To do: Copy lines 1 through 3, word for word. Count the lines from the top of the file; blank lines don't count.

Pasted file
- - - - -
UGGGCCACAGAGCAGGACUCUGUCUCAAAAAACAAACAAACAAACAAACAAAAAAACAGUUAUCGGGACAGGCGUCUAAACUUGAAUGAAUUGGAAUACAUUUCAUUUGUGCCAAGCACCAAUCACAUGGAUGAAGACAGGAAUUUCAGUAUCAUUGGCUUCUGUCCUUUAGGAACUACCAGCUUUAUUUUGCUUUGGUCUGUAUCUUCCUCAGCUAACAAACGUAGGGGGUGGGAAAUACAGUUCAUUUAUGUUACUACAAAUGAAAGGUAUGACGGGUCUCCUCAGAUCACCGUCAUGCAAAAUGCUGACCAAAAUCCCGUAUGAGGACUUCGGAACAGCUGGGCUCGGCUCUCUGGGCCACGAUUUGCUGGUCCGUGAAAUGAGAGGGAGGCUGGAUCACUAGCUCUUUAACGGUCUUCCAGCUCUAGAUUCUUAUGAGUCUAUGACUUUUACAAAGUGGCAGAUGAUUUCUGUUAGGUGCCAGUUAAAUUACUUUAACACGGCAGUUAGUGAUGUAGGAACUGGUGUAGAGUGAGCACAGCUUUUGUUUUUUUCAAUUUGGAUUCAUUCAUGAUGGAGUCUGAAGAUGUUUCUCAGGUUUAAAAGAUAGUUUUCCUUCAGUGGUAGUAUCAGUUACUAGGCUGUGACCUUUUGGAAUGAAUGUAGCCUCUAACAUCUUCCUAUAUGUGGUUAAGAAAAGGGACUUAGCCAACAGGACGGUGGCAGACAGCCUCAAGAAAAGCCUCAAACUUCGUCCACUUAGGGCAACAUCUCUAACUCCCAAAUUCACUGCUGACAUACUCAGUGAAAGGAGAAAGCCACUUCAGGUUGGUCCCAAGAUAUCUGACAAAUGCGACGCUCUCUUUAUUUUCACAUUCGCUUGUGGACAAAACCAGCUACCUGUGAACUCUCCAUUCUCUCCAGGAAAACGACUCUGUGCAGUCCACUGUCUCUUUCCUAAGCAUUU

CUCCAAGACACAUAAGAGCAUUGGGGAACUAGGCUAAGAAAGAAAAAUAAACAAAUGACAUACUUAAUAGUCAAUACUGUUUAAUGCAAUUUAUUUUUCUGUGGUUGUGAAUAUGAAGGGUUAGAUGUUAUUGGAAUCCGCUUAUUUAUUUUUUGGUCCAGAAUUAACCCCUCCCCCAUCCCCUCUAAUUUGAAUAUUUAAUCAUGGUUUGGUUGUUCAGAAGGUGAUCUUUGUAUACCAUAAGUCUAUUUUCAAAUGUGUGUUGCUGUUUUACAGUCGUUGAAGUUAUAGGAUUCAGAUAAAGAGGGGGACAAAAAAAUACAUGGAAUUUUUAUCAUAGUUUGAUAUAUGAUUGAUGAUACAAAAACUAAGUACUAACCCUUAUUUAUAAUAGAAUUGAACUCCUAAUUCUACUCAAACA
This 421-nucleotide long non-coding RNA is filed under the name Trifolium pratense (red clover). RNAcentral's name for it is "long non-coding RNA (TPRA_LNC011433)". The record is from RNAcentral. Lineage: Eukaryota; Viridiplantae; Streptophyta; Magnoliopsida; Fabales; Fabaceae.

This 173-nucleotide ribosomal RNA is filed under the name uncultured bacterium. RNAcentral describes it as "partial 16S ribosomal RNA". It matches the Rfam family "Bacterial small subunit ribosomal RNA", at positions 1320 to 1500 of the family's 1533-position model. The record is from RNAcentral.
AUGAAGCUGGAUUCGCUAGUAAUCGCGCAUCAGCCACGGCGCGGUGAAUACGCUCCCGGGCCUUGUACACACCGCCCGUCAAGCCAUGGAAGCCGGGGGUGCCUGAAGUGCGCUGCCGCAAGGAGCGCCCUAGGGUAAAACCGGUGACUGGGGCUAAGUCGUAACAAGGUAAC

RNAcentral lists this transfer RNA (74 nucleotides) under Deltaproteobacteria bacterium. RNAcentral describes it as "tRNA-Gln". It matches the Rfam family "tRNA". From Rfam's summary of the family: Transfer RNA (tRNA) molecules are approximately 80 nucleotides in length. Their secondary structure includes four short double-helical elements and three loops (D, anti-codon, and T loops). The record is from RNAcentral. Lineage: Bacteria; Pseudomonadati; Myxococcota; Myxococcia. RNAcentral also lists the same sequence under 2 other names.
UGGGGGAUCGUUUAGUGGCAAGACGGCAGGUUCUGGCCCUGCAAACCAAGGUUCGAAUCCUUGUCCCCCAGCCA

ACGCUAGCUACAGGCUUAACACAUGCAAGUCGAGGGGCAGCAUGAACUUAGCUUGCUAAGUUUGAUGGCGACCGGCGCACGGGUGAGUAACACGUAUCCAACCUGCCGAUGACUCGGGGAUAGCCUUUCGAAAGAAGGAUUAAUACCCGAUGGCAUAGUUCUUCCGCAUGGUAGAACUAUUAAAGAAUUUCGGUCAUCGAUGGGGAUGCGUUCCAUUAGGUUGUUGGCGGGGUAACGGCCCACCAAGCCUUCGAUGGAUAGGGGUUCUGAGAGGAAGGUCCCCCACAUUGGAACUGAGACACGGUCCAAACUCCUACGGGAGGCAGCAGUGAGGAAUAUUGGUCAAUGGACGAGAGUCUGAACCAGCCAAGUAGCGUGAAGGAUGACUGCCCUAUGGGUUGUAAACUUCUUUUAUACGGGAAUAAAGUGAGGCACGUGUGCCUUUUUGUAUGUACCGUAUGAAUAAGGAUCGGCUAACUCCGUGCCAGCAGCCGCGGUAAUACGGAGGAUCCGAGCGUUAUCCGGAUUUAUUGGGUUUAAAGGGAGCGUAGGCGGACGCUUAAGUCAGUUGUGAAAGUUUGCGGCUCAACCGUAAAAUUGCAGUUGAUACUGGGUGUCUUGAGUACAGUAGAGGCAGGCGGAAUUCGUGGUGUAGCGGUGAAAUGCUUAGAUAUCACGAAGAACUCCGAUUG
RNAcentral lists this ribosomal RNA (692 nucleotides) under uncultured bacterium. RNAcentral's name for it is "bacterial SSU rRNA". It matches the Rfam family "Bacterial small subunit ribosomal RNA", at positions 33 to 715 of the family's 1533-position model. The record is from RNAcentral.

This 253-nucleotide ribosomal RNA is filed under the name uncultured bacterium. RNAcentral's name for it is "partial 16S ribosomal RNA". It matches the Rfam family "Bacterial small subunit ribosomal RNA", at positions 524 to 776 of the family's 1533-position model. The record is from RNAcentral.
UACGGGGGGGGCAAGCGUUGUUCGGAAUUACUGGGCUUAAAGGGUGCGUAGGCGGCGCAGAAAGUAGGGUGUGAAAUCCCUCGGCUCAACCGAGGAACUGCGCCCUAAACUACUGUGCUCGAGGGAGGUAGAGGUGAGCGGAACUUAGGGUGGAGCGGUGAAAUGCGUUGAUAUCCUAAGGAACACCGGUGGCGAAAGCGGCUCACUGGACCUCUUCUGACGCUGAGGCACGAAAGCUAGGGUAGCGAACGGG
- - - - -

UGGGCCACAGAGCAGGACUCUGUCUCAAAAAACAAACAAACAAACAAACAAAAAAACAGUUAUCGGGACAGGCGUCUAAACUUGAAUGAAUUGGAAUACAUUUCAUUUGUGCCAAGCACCAAUCACAUGGAUGAAGACAGGAAUUUCAGUAUCAUUGGCUUCUGUCCUUUAGGAACUACCAGCUUUAUUUUGCUUUGGUCUGUAUCUUCCUCAGCUAACAAACGUAGGGGGUGGGAAAUACAGUUCAUUUAUGUUACUACAAAUGAAAGGUAUGACGGGUCUCCUCAGAUCACCGUCAUGCAAAAUGCUGACCAAAAUCCCGUAUGAGGACUUCGGAACAGCUGGGCUCGGCUCUCUGGGCCACGAUUUGCUGGUCCGUGAAAUGAGAGGGAGGCUGGAUCACUAGCUCUUUAACGGUCUUCCAGCUCUAGAUUCUUAUGAGUCUAUGACUUUUACAAAGUGGCAGAUGAUUUCUGUUAGGUGCCAGUUAAAUUACUUUAACACGGCAGUUAGUGAUGUAGGAACUGGUGUAGAGUGAGCACAGCUUUUGUUUUUUUCAAUUUGGAUUCAUUCAUGAUGGAGUCUGAAGAUGUUUCUCAGGUUUAAAAGAUAGUUUUCCUUCAGUGGUAGUAUCAGUUACUAGGCUGUGACCUUUUGGAAUGAAUGUAGCCUCUAACAUCUUCCUAUAUGUGGUUAAGAAAAGGGACUUAGCCAACAGGACGGUGGCAGACAGCCUCAAGAAAAGCCUCAAACUUCGUCCACUUAGGGCAACAUCUCUAACUCCCAAAUUCACUGCUGACAUACUCAGUGAAAGGAGAAAGCCACUUCAGGUUGGUCCCAAGAUAUCUGACAAAUGCGACGCUCUCUUUAUUUUCACAUUCGCUUGUGGACAAAACCAGCUACCUGUGAACUCUCCAUUCUCUCCAGGAAAACGACUCUGUGCAGUCCACUGUCUCUUUCCUAAGCAUUU

CUCCAAGACACAUAAGAGCAUUGGGGAACUAGGCUAAGAAAGAAAAAUAAACAAAUGACAUACUUAAUAGUCAAUACUGUUUAAUGCAAUUUAUUUUUCUGUGGUUGUGAAUAUGAAGGGUUAGAUGUUAUUGGAAUCCGCUUAUUUAUUUUUUGGUCCAGAAUUAACCCCUCCCCCAUCCCCUCUAAUUUGAAUAUUUAAUCAUGGUUUGGUUGUUCAGAAGGUGAUCUUUGUAUACCAUAAGUCUAUUUUCAAAUGUGUGUUGCUGUUUUACAGUCGUUGAAGUUAUAGGAUUCAGAUAAAGAGGGGGACAAAAAAAUACAUGGAAUUUUUAUCAUAGUUUGAUAUAUGAUUGAUGAUACAAAAACUAAGUACUAACCCUUAUUUAUAAUAGAAUUGAACUCCUAAUUCUACUCAAACA
This 421-nucleotide long non-coding RNA is filed under the name Trifolium pratense (red clover). RNAcentral's name for it is "long non-coding RNA (TPRA_LNC011433)". The record is from RNAcentral. Lineage: Eukaryota; Viridiplantae; Streptophyta; Magnoliopsida; Fabales; Fabaceae.